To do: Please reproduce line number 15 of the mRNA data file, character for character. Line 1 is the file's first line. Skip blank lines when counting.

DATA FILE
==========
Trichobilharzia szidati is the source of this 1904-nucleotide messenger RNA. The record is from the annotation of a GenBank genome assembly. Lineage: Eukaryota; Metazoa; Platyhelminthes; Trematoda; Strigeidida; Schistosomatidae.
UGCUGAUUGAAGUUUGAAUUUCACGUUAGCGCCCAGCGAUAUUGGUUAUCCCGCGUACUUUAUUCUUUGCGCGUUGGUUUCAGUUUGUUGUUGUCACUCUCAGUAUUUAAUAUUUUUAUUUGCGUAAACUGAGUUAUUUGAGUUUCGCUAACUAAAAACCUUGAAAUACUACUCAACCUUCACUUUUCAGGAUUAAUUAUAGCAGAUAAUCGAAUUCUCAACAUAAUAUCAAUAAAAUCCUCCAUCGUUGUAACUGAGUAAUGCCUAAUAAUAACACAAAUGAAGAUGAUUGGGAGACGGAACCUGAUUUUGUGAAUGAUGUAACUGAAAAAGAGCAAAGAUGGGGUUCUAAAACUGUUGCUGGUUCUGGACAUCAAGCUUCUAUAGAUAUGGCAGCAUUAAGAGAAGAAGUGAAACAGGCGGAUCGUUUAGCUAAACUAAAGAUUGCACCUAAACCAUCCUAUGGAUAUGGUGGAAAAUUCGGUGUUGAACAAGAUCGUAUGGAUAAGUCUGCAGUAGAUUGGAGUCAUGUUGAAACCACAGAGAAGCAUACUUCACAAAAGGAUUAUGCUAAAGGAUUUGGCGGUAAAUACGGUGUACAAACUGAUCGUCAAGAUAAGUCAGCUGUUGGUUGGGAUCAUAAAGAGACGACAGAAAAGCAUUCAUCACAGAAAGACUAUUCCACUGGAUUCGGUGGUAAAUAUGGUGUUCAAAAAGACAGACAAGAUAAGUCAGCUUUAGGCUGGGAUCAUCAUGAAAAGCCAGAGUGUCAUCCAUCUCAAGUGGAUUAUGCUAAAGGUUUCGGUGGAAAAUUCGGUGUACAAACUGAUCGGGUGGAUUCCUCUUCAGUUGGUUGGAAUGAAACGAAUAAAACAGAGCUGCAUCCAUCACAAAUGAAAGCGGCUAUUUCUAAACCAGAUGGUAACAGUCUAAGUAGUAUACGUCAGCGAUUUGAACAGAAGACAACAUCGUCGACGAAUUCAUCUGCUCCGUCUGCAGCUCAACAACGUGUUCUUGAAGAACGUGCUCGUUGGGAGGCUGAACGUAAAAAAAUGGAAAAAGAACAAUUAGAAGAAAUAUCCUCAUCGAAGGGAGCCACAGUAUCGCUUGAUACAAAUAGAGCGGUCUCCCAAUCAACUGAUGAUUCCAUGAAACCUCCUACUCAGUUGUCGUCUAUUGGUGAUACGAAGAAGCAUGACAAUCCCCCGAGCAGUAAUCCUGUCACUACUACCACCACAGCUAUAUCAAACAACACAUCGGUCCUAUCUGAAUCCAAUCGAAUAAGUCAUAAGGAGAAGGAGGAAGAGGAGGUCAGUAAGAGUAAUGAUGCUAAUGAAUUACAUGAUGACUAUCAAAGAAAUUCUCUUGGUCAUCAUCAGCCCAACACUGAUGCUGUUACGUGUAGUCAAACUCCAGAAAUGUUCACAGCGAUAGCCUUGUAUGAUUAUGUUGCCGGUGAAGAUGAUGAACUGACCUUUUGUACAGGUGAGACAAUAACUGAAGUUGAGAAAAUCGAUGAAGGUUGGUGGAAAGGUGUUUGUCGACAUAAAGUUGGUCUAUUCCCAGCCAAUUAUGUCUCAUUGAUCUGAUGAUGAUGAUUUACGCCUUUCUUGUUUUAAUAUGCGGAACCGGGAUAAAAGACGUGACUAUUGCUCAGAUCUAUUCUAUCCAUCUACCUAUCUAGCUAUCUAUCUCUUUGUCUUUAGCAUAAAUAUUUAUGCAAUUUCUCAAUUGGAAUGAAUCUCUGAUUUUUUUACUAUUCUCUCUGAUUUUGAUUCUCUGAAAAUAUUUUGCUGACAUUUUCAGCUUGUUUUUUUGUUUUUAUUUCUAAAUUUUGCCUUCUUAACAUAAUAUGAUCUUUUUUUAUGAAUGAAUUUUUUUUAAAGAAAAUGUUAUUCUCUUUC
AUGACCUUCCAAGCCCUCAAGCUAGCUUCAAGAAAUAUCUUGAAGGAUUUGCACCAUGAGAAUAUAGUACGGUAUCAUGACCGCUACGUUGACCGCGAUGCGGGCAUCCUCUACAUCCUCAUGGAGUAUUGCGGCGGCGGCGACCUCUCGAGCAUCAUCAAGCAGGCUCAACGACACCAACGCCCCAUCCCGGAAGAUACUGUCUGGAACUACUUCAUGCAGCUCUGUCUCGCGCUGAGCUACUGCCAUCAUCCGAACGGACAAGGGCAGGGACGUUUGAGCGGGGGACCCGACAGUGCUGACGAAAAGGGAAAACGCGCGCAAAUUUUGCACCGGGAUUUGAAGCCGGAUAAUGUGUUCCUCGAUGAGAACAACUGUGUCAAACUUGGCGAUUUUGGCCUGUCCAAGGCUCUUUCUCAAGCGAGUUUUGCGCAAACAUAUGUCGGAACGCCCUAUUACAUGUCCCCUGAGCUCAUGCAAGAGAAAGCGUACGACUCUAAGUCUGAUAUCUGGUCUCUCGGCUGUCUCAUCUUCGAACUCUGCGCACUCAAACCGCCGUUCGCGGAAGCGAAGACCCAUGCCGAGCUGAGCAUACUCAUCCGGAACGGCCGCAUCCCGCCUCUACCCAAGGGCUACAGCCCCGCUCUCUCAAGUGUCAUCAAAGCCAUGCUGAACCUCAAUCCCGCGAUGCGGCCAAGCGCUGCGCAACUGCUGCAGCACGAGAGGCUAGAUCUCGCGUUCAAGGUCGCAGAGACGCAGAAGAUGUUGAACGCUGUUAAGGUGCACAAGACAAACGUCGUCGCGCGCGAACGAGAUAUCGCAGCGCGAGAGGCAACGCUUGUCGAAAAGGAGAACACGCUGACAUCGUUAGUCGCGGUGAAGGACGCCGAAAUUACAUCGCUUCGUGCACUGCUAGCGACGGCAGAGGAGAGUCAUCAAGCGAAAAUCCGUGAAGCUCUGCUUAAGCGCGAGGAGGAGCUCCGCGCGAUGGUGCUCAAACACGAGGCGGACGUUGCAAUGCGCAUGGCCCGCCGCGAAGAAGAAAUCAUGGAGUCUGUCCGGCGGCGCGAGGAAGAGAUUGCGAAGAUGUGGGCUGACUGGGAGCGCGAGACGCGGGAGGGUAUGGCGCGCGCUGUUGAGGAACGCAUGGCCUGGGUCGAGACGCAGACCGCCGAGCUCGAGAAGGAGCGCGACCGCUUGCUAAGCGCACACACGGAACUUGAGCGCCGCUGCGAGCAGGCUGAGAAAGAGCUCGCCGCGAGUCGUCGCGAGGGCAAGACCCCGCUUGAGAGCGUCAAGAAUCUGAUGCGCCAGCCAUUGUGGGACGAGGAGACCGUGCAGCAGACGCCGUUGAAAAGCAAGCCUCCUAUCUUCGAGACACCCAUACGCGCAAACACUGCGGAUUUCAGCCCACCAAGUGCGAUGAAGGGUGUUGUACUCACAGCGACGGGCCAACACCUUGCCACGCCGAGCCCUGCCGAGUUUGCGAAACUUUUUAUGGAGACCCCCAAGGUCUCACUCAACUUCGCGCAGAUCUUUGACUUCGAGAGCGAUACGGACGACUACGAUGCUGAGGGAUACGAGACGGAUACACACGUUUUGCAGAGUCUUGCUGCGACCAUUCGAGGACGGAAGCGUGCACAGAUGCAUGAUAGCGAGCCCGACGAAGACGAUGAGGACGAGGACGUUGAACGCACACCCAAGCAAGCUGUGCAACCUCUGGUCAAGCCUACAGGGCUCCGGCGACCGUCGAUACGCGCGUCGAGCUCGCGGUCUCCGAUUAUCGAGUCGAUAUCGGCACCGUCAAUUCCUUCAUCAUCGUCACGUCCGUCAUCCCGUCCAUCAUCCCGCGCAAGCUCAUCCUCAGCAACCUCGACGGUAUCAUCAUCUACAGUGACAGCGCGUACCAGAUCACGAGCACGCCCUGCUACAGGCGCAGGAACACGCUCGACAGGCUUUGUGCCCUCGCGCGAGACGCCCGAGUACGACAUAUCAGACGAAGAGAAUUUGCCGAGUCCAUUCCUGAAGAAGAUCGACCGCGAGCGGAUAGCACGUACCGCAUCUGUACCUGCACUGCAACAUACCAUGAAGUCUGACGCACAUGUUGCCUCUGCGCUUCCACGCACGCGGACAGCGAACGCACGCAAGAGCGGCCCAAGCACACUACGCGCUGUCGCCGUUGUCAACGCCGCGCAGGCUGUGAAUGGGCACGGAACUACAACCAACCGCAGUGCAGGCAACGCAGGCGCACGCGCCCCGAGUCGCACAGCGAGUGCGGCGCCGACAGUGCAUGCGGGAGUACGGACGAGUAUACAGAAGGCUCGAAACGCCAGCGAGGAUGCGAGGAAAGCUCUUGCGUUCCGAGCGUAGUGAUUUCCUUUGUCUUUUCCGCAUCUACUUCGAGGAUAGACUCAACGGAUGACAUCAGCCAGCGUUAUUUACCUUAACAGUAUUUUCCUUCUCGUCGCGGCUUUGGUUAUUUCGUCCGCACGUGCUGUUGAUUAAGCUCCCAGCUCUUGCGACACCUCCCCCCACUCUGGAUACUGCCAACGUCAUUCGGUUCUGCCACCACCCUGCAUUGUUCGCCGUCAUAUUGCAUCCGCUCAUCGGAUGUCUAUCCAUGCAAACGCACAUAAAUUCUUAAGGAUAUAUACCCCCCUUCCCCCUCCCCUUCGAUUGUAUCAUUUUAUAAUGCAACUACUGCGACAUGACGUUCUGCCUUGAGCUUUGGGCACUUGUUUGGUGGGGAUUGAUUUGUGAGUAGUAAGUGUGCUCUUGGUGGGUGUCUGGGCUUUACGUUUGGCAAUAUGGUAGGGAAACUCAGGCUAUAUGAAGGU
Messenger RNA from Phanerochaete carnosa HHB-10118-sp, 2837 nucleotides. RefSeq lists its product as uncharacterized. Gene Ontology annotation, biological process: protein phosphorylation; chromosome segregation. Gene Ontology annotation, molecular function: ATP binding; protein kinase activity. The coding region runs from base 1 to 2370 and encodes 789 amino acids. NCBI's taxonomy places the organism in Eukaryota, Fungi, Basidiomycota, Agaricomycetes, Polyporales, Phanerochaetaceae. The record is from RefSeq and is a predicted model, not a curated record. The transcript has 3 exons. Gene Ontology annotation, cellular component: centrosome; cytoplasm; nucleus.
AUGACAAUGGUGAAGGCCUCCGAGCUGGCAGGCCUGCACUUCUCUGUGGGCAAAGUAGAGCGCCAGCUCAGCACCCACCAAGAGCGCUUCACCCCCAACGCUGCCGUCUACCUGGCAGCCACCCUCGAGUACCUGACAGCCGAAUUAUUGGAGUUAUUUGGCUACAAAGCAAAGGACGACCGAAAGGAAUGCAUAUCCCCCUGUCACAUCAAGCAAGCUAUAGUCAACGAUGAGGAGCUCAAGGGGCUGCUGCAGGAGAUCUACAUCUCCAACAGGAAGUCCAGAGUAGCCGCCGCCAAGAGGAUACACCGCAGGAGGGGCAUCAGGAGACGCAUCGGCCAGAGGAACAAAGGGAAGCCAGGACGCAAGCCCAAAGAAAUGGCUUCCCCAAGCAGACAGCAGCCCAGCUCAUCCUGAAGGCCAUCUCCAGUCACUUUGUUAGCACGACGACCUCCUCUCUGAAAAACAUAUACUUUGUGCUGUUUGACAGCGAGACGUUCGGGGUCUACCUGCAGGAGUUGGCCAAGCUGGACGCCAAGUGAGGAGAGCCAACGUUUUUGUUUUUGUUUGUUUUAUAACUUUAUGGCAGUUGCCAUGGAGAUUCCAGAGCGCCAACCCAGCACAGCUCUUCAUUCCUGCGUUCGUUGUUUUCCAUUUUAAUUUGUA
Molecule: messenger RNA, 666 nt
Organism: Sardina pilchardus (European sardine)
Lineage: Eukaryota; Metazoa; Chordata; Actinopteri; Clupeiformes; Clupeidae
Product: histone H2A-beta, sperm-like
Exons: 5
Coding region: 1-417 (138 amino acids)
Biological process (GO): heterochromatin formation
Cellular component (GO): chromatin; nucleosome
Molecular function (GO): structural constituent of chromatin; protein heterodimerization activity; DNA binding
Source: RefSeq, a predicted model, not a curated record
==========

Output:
Source: RefSeq, a predicted model, not a curated record